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TexasTowelie

Profile Information

Gender: Male
Hometown: South Texas. most of my life I lived in Austin and Dallas
Home country: United States
Current location: Bryan, Texas
Member since: Sun Aug 14, 2011, 03:57 AM
Number of posts: 78,410

About Me

Middle-aged white guy who believes in justice and equality for all. Math and computer analyst with additional 21st century jack-of-all-trades skills. I'm a stud, not a dud!

Journal Archives

Rep. Ocasio-Cortez responds to 'hateful' video at Fresno Grizzlies baseball game

Rep. Alexandria Ocasio-Cortez responded Tuesday to a Memorial Day tribute video shown by the Fresno Grizzlies that equated her with Kim Jong-un and Fidel Castro – a video that team representatives say was shown by mistake.

Ocasio-Cortez, the high-profile and self-described progressive, responded on Twitter to the video and similar attacks, saying such messages pose a threat to her safety.

“What people don’t (maybe do) realize is when orgs air these hateful messages, my life changes bc of the flood of death threats they inspire,” Ocasio-Cortez tweeted.

“I‘ve had mornings where I wake up & the 1st thing I do w/ my coffee is review photos of the men (it’s always men) who want to kill me.”

https://twitter.com/AOC/status/1133493345819484161

Read more: https://www.fresnobee.com/news/local/article230903884.html

Oakland council may board magic bus by decriminalizing natural psychedelics

Oakland could become the second city in the country to decriminalize certain natural psychedelics — including “magic mushrooms” — if elected leaders approve a resolution that would instruct law enforcement to stop investigating and prosecuting people using the drugs.

The resolution is scheduled for its first public hearing before the City Council’s public safety committee Tuesday night and could go before the full council as early as June 4. It applies only to psychedelics that come from plants or fungi, not synthetic drugs like LSD or MDMA, also known as ecstasy.

Councilman Noel Gallo, who introduced the resolution, said he hopes that the decriminalization of natural psychedelics could help people with mental health issues.

“We need all the help we can get to deal with the mental health issues that we have,” Gallo said. “If I can bring it publicly and talk about the benefit and talk about (how it can) deal with the mental illnesses that we have in the city, why not?”

Read more: https://www.sfchronicle.com/bayarea/article/Oakland-could-become-second-US-city-to-13899611.php

A Nazi sympathizer pleaded guilty to defacing a synagogue. His lawyer says conservatives helped

A Nazi sympathizer pleaded guilty to defacing a synagogue. His lawyer says conservatives helped radicalize him.


After Nolan Brewer pleaded guilty to charges in connection with painting swastikas on an Indiana synagogue and setting the yard ablaze, his attorney argued in court documents that the 21-year-old man did not deserve prison time.

He had been influenced heavily by his wife, Kyomi Brewer, his attorney wrote in a sentencing memo filed last week, and putting Nolan Brewer in prison would further stoke the prejudiced beliefs that had inspired the couple to commit those acts.

Prisons are hotbeds for brainwashing by white supremacists, Nolan Brewer’s lawyer, Samuel Ansell, wrote in a sentencing memo filed in the U.S. District Court for the Southern District of Indiana. Probation and significant community service were more appropriate punishments, Ansell wrote.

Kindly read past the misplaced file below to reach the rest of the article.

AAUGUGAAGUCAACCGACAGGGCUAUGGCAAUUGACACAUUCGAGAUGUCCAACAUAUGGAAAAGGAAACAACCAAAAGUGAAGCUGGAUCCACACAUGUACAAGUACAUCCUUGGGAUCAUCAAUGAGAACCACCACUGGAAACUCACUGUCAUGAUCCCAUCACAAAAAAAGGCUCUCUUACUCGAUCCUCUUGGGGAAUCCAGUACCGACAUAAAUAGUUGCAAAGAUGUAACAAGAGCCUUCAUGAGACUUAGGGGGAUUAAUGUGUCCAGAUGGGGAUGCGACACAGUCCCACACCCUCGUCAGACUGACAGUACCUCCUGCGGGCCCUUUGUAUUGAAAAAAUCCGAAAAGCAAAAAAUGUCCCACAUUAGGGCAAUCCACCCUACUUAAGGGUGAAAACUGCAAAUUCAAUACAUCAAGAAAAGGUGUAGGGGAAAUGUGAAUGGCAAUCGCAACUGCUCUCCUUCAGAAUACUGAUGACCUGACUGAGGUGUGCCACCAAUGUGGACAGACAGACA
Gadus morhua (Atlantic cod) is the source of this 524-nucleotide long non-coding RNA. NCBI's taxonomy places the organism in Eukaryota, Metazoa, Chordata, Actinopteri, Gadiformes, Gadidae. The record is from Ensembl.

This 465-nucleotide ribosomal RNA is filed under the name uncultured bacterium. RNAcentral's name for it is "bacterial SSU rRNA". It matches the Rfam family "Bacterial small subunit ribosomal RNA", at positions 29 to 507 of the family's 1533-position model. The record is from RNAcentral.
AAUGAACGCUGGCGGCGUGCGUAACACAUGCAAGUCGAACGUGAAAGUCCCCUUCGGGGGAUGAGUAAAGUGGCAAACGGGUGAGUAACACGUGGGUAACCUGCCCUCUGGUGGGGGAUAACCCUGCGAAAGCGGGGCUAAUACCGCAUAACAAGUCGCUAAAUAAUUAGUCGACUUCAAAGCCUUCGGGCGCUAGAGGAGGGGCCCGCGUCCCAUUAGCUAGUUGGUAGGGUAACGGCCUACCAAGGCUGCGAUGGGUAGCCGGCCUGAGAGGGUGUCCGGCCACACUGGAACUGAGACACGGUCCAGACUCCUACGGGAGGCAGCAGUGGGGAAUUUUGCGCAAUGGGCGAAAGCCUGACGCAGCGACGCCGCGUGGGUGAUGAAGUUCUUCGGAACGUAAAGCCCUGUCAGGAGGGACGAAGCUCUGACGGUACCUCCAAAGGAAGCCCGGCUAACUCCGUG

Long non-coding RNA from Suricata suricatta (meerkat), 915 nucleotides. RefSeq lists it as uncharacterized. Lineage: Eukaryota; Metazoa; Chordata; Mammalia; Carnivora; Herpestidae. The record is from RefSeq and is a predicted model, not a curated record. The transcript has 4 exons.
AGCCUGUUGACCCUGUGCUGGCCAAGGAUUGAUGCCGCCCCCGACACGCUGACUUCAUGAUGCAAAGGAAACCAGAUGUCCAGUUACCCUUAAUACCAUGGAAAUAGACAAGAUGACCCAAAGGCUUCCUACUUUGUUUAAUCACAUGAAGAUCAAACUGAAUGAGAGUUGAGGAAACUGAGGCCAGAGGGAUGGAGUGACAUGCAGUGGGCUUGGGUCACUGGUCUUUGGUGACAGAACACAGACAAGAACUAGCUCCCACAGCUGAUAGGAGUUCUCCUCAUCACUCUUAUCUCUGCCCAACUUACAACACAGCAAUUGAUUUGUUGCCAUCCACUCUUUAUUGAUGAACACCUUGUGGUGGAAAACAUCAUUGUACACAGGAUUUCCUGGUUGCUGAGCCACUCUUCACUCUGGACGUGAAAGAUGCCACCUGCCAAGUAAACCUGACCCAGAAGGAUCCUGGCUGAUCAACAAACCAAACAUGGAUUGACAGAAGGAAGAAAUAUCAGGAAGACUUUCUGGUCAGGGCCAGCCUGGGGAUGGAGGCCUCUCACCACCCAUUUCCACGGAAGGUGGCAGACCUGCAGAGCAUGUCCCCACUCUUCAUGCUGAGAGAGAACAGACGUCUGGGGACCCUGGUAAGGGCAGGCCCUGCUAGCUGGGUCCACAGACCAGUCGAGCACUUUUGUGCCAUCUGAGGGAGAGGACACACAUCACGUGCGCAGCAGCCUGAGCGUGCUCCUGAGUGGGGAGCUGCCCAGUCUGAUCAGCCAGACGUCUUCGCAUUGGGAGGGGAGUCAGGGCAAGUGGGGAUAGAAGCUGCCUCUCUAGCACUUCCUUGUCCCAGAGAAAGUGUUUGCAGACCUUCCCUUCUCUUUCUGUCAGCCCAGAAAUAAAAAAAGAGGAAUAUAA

But a federal judge sentenced Nolan Brewer to three years in prison for conspiring to violate the civil rights of Congregation Shaarey Tefilla in Carmel, Indiana, a crime to which Nolan Brewer pleaded guilty.

Read more: https://www.eastbaytimes.com/2019/05/28/conservatives-helped-radicalize-nazi-sympathizer-lawyer-says-2/


A garbage shed spray-painted with a Nazi flag and iron crosses on the grounds of the Congregation Shaarey Tefilla synagogue in the Indianapolis suburb of Carmel, Ind. (Justin Mack/The Indianapolis Star via AP)

Private border wall's owners ordered to stop construction

(CNN) — City officials in a New Mexico city have delivered a cease-and-desist order to the owners of land where a private border wall is being built.

The project doesn’t have proper permits to proceed, Sunland Park spokesman Peter Ibarbo told CNN.

“The rules apply to everyone,” Ibarbo said. “That’s the process.”

The city’s chief inspector is scheduled to visit the site Wednesday to help determine the next steps, Ibarbo said.

Brian Kolfage, whose GoFundMe campaign raised more than $20 million to build the wall on private property, disputed the city’s assessment, describing the order as political intimidation.

Read more: https://www.eastbaytimes.com/2019/05/29/private-border-walls-owners-ordered-to-stop-construction/

La Honda: Pipe bomb, 'illegal assault rifles' found in same room as 1-year-old

LA HONDA — A 40-year-old La Honda man was arrested last week on felony charges including child endangerment after San Mateo County sheriff’s deputies allegedly found “illegal assault rifles” and a pipe bomb in a room where his 1-year-old son was present.

Deputies went to a home on the 900 block of Portola State Park Road on May 23 to conduct a parole search and serve an arrest warrant for 33-year-old Sean Collins, the sheriff’s office said in a news release Tuesday. Items believed to be used in the manufacture of firearms were allegedly found in a common room belonging to his roommate, Karl Waltenbaugh.

A second search warrant was authorized and deputies discovered a “large amount of illegal assault rifles, high-capacity magazines, body armor, an active pipe bomb and equipment for manufacturing firearms” in Waltenbaugh’s room, according to the sheriff’s office.

Waltenbaugh’s son was allegedly present in the room where the illicit items were found.

Read more: https://www.eastbaytimes.com/2019/05/28/la-honda-pipe-bomb-guns-found-in-same-room-as-1-year-old/

Pharmaceutical Company to Pay $3.5M to Resolve Allegations of Paying Kickbacks to Doctors

PHILADELPHIA – U.S. Attorney William M. McSwain announced that pharmaceutical company Almirall, LLC, formerly named Aqua Pharmaceuticals, LLC (“Aqua”), will pay $3.5 million to resolve allegations that it employed illegal kickbacks to incentivize physicians to prescribe Aqua’s dermatology pharmaceutical drugs.